Mike: They were. In the same way boss fights felt off in Deus Ex: Human Revolution, in fact. While you can complete the mechanized boss fights that include humans in non-lethal ways, it’s simply all out combat against the AI opponents. I spent over an hour using smoke grenades and “hobby” magazines (and a single tranq dart) to take down a helicopter. It was frustrating, but decidedly “Metal Gear.” The rocket launcher-heavy fights against the AI just weren’t satisfying in the same way, but are crucial from a narrative perspective. Thankfully, most of the game falls back on bite-sized chunks of what most people love about Metal Gear.
Joe: Yeah, I suppose I should focus on the positive. After all, Peace Walker is ultimately fun and people should play it. When you aren’t fighting bosses, the experience is unmistakably Metal Gear. Methodically taking down guards, hiding in cardboard boxes, following patrol routes – it’s all familiar. However, it also feels fresh, since the mission-based approach means that you have a fun series of objectives in smaller zones, compared to the longer term approach to goals in the console installments. Judging from what I’ve see of the mission structure in MGS V, it seems like splitting the action into more digestible chunks is another lesson the team is bringing to the new game.
Mike: That’s a good move for an open world game. Giving players defined objectives not only helps keep players on track, but also reminds them that they’re actually accomplishing stuff and not just yanking guys into the sky with balloons. Even with the smart gameplay that was a byproduct of being on a portable device, I keep coming back to the story as a primary motivation for playing Peace Walker. Metal Gear Solid 3 is heralded by many as the best in the series, which makes Peace Walker that much more valuable. Without giving too much away, Big Boss is plagued by the events of that game and finds some measure of closure through the events that unfold in Costa Rica.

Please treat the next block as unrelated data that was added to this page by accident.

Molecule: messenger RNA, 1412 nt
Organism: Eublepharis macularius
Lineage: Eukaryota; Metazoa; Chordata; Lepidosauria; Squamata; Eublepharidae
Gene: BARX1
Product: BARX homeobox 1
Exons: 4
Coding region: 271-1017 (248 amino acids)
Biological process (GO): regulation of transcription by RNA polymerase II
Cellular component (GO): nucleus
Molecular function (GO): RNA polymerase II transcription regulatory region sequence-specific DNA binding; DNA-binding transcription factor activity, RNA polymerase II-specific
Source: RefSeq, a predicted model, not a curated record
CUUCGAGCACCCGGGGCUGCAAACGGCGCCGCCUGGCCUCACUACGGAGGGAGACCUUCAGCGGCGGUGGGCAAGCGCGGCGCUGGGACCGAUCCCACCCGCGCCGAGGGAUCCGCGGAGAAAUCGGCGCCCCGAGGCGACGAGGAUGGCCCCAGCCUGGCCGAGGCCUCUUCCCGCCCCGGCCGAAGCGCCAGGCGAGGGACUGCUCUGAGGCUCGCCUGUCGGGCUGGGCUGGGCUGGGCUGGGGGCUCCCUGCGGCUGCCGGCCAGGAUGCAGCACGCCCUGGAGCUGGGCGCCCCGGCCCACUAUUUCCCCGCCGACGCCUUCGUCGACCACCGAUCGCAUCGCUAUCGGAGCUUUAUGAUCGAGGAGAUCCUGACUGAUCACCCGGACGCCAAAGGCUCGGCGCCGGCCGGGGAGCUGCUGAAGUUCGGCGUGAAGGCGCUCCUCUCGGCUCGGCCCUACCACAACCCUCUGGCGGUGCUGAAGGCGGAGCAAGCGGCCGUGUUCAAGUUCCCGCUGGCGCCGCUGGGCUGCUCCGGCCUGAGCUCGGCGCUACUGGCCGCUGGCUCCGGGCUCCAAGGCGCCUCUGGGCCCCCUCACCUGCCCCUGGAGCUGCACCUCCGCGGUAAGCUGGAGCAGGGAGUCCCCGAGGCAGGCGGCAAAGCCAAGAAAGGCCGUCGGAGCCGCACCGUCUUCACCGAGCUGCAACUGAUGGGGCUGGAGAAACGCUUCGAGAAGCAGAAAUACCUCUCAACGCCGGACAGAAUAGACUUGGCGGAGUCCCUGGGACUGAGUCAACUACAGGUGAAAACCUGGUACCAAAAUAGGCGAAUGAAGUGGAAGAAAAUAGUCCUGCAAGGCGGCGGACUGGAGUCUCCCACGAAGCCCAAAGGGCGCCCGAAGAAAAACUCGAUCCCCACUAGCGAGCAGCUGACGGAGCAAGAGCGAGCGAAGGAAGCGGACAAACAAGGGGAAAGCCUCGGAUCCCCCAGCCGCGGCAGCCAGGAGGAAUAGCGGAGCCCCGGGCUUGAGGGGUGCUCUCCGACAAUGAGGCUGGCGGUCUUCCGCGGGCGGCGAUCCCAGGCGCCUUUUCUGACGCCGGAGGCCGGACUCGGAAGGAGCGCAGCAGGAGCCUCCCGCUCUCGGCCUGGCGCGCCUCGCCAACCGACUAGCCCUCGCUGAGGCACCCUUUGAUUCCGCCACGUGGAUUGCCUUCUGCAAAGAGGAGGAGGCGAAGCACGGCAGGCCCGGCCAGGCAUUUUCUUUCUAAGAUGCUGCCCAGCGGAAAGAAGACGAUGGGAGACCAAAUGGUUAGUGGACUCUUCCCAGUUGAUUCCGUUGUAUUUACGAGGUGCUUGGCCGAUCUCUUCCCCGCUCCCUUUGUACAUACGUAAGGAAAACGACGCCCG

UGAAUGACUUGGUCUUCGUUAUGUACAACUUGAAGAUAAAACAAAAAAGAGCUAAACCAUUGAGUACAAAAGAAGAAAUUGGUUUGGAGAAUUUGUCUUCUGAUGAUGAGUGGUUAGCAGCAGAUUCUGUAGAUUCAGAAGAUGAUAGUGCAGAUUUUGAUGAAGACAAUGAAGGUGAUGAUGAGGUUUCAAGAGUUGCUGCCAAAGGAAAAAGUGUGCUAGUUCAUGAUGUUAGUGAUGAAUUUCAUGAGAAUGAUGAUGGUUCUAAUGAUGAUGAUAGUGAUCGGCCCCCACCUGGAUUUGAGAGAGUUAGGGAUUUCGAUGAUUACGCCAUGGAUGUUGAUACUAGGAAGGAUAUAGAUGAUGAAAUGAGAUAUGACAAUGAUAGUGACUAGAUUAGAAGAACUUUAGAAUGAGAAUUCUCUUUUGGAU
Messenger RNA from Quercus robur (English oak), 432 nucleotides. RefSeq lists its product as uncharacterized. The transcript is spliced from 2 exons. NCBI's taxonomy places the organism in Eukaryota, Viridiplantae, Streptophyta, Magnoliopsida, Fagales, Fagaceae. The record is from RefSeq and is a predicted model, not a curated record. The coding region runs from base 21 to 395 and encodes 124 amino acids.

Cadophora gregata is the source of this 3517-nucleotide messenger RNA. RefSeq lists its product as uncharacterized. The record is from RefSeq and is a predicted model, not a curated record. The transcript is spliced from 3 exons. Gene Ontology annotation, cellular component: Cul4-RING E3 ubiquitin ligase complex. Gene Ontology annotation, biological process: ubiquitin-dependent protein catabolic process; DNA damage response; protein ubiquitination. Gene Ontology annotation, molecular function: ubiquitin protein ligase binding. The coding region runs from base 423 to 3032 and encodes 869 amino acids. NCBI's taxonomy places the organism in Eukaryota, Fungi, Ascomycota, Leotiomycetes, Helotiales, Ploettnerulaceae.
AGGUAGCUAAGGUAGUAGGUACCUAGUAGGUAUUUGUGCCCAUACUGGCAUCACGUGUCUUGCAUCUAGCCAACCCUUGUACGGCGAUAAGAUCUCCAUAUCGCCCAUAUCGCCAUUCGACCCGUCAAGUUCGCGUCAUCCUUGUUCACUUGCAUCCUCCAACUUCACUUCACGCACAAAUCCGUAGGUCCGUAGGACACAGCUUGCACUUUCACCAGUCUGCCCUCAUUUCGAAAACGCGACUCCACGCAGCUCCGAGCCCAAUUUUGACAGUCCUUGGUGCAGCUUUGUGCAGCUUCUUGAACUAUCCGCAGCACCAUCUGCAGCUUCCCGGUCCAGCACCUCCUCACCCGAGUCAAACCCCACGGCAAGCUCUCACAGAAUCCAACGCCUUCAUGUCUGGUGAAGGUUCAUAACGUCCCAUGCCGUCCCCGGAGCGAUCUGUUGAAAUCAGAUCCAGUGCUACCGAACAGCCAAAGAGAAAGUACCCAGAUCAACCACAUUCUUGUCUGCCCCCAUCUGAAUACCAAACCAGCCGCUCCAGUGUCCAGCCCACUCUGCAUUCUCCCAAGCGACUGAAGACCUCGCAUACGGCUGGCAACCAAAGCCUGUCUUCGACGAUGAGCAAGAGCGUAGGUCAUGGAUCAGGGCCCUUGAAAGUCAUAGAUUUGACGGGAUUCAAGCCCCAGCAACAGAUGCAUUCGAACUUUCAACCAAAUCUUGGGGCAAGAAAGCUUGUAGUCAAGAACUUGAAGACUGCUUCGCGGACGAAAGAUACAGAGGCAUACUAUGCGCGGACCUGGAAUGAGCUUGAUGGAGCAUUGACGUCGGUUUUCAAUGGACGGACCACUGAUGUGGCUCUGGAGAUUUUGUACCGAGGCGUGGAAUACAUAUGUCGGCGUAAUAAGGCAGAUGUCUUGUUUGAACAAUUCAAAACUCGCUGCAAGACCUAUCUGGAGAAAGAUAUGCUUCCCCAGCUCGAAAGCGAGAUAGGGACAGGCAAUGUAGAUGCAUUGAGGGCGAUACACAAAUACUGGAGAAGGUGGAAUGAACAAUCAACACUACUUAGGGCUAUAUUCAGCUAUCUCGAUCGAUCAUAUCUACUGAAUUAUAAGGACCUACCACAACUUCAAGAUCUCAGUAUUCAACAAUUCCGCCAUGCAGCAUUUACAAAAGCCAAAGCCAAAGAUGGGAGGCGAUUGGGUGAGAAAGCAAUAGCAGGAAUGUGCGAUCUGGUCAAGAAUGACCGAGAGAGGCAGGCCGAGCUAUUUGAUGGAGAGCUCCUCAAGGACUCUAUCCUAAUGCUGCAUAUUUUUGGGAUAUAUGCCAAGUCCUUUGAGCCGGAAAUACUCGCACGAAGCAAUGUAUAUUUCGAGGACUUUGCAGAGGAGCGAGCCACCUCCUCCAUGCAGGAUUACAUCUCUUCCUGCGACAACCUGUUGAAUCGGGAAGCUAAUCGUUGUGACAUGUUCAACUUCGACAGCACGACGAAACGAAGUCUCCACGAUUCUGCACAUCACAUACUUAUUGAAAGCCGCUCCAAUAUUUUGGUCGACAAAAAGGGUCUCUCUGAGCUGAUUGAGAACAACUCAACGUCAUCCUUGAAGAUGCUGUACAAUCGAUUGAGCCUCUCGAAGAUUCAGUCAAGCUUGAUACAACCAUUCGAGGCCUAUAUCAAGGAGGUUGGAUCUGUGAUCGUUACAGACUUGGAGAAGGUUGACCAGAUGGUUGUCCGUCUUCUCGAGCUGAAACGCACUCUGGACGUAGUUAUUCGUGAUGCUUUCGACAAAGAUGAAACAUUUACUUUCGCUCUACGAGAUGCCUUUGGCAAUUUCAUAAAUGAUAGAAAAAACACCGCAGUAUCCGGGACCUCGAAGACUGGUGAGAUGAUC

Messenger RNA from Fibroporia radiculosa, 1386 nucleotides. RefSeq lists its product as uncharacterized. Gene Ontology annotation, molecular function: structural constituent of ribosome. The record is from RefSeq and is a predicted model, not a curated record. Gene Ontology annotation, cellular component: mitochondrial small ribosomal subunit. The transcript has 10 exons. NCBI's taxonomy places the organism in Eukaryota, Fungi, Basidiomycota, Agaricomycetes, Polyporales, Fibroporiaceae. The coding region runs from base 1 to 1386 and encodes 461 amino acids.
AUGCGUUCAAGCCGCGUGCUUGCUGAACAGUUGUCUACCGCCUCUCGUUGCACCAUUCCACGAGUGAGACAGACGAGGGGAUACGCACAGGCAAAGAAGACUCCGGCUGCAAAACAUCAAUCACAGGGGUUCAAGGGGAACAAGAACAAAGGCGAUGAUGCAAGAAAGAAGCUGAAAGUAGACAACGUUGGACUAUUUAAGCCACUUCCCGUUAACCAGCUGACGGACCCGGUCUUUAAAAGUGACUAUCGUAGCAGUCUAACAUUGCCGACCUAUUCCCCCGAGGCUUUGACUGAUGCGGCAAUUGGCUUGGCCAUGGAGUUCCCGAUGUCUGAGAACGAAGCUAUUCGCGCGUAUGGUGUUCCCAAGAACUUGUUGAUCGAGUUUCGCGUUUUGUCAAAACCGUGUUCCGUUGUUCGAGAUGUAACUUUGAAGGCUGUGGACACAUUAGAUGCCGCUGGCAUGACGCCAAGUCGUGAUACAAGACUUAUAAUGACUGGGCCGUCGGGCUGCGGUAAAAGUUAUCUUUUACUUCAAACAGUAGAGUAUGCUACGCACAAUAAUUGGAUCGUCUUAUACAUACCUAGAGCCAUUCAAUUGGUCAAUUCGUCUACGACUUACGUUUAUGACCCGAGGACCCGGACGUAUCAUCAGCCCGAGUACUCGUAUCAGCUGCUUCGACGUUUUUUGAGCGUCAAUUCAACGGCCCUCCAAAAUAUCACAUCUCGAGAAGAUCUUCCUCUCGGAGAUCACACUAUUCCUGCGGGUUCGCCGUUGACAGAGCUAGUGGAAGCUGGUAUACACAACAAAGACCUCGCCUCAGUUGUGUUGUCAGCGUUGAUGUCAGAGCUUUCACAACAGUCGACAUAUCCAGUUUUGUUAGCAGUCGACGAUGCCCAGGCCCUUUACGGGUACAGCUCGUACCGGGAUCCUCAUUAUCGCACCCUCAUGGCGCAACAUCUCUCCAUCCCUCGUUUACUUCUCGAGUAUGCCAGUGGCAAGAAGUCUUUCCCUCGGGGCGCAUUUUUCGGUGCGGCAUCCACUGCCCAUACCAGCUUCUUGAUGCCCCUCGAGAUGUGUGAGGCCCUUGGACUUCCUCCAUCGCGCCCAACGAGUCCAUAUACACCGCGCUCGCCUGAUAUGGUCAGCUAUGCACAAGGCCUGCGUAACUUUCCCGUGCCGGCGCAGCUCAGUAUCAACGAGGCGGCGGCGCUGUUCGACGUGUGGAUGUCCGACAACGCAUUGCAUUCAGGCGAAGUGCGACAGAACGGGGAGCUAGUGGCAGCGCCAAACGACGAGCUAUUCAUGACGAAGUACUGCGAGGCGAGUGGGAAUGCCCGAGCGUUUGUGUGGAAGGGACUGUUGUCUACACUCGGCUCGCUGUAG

Joe: Yeah, though as a longtime Metal Gear fan, I don’t think Peace Walker’s story stands great on its own. However, it introduces characters that clearly play significant roles in Ground Zeroes and The Phantom Pain, so it’s definitely valuable from that perspective.
Mike: It’s an important bridge. It’s not just Ground Zeroes and The Phantom Pain it informs, but also Snake’s relationships with Zero, Kaz Miller, and The Boss. But I don’t disagree with you. As a standalone story, I’d never recommend it. It’s not a good starting point, because it relies on so much that happened before (and, as we found out, derives much of its value from future entries). I hate to use the tired gaming cliche, but this is a must-play for fans of the series. I’m kicking myself that it took me so long to get to it, but at least this way, events are fresh in my mind for The Phantom Pain.
Joe: Fans may be surprised how different it is, but that’s part of what makes it such a good primer for MGS V. While the basic stealth and gameplay are familiar, the new stuff – like the Fulton extraction, the mission structure, and the base-building elements – serves as a nice introduction to the changes that The Phantom Pain is bringing to the formula. Also, these are things that weren’t in Ground Zeroes – which only gives a preview of the basic gameplay and open-world aspects. In a lot of ways, I think Peace Walker is probably a better taste of what to expect from The Phantom Pain than its official prologue.
This feature was originally published on July 27, 2015.